Ancestral energy lives in the stars above us, the stones beneath us. Their memory gathers in oceans, rivers and seas. It hums its silent wisdom within the body of every tree.

Wednesday, July 30, 2014

My Great Aunts and Uncles

Libby Dutcher, the artist at work.
In my quest for uncovering as many names as I can for our family tree, I applied a focused tunnel-vision to my search. Who is my grandfather? Who were his parents, and their parents, and their parents? I mostly neglect the names of other children who were not my direct ancestors, noting (sometimes) how many children they had total, and maybe a list of names if it’s an easy copy and paste.
Recently, I had a sobering realization that, not having children, I will become that name on someone else’s family tree that I ignore. There will not be anyone who searches for me. I will forever be someone else’s Great Aunt, however many times removed.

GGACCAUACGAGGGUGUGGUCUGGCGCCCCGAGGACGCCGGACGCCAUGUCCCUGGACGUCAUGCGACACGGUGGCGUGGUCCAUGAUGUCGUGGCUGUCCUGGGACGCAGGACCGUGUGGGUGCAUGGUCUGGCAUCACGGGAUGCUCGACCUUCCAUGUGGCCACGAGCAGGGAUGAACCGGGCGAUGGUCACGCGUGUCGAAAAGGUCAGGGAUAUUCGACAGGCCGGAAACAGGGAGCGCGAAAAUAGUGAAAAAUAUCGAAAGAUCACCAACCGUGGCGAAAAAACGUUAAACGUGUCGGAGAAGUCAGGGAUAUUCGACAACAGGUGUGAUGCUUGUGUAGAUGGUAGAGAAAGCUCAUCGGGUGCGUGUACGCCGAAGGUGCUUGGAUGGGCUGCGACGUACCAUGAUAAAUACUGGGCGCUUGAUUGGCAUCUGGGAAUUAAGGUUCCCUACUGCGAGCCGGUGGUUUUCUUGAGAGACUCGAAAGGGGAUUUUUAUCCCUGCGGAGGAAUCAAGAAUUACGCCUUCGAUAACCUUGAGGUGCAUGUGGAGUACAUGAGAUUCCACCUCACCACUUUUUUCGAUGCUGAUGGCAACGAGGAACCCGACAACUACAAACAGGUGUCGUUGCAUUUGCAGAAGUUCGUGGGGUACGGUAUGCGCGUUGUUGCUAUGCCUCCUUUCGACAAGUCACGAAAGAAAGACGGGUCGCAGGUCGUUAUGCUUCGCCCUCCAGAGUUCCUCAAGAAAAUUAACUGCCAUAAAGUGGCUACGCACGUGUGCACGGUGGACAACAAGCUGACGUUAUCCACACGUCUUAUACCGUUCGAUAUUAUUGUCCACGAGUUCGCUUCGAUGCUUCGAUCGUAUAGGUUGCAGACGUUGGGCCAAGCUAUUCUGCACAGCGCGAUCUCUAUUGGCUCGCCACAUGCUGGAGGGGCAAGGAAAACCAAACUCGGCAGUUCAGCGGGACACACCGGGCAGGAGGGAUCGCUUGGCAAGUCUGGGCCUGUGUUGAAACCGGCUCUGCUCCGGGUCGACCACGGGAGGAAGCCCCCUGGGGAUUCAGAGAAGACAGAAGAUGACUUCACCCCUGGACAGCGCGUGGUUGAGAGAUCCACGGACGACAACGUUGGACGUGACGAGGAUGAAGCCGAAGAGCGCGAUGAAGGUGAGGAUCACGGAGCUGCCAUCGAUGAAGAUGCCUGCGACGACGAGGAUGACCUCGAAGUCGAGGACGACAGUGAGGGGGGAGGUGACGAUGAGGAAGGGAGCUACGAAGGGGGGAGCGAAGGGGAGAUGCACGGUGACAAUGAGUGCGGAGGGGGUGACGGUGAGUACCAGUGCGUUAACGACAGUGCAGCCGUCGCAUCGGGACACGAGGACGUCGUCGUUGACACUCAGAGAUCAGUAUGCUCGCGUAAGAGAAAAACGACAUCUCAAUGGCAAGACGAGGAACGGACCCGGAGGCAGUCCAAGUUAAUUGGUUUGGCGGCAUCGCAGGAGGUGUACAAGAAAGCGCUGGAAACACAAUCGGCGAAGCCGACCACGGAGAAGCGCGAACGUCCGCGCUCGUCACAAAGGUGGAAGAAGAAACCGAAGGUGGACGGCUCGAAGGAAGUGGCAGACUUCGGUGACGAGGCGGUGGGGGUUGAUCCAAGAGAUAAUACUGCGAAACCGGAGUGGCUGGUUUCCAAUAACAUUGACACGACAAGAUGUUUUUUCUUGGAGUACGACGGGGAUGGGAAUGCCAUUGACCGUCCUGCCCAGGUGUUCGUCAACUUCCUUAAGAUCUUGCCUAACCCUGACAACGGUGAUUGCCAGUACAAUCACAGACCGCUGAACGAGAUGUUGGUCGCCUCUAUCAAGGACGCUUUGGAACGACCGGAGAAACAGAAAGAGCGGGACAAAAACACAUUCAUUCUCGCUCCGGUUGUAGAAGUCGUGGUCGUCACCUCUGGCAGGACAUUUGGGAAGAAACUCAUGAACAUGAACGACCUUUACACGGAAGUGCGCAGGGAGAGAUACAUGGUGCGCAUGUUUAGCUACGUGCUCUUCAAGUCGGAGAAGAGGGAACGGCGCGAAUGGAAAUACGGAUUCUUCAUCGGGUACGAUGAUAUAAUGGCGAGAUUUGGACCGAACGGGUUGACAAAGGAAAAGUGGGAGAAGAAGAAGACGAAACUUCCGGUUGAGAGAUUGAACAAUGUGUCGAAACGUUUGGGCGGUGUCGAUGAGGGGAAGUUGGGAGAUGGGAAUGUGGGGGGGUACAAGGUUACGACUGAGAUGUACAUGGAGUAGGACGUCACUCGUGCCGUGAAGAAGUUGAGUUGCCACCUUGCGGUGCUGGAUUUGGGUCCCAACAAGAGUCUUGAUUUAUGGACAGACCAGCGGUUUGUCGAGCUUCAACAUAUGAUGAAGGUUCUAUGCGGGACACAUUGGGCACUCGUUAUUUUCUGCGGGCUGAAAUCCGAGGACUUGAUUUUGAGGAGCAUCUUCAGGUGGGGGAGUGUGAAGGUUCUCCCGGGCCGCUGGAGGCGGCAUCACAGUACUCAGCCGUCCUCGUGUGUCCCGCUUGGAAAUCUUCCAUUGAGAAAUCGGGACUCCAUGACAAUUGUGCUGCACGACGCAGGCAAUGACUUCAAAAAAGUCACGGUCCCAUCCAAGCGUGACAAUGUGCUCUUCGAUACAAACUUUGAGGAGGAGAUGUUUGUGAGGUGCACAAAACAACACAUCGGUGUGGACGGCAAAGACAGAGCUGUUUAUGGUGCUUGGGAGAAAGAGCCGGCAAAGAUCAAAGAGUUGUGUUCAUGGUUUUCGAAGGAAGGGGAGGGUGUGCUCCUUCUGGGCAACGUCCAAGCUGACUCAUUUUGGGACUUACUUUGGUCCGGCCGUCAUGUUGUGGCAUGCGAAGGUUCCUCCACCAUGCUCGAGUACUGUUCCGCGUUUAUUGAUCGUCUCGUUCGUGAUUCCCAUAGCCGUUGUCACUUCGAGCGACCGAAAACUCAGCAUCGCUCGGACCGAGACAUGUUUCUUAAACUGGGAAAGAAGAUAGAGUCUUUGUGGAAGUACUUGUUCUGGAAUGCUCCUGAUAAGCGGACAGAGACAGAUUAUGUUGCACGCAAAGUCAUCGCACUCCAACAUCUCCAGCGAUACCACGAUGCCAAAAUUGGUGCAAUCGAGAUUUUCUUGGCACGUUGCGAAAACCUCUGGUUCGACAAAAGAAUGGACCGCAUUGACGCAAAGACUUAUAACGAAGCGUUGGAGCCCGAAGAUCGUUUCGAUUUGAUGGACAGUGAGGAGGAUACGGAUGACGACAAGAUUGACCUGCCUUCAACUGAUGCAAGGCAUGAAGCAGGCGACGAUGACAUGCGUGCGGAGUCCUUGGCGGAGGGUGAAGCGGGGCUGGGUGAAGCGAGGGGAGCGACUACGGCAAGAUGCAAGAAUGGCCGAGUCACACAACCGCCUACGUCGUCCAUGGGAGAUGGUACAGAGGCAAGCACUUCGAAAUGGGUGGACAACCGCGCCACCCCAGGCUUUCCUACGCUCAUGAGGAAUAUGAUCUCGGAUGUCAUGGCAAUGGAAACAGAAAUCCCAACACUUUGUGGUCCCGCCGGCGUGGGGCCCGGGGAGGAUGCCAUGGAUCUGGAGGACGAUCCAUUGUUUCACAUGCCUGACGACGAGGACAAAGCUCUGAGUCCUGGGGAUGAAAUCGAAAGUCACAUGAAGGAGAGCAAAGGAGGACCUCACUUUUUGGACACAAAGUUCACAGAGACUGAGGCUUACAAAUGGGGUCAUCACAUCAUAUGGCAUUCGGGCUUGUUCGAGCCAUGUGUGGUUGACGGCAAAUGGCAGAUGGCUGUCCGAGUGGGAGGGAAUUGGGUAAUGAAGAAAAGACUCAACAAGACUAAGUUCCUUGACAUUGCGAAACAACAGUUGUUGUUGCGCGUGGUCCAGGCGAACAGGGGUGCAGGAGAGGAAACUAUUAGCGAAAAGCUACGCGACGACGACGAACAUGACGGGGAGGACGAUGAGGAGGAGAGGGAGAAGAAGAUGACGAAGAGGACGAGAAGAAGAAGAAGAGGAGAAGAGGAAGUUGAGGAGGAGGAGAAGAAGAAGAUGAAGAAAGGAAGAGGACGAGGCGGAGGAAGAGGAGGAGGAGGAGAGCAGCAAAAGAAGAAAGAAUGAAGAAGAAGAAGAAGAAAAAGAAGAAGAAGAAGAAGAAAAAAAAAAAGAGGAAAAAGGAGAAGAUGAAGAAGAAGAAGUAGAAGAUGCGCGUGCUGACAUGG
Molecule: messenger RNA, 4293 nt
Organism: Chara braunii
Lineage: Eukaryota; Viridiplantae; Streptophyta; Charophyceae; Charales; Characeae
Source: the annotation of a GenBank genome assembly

Some of my zeal in uncovering our family history is in getting to share it with my nieces and nephew. It’s in anticipating sharing it with my great aunts and uncles as I grow older. In honor of the acknowledgement that I have dismissed some members from my family tree who may have had very fascinating lives themselves, and in gratitude to my father, who didn’t, I want to share the lives of two of my kin, my Great-Aunt Mary Elizabeth Dutcher and my Great-Uncle Frank Wicker.

Great-Aunt Libby
The cottage, prepared for Swami in 1895.
My 3x Great-Aunt Libby was sister to Reuben Feagles Dutcher, my 3x Great-Grandfather. Mary Elizabeth Dutcher, known as Libby, was a respected artist in her lifetime. I have held a couple of her small board paintings in my hands. I have had my eyes on a beautiful watercolor of the Islands themselves. As far as my research shows, she never married. She never had any children.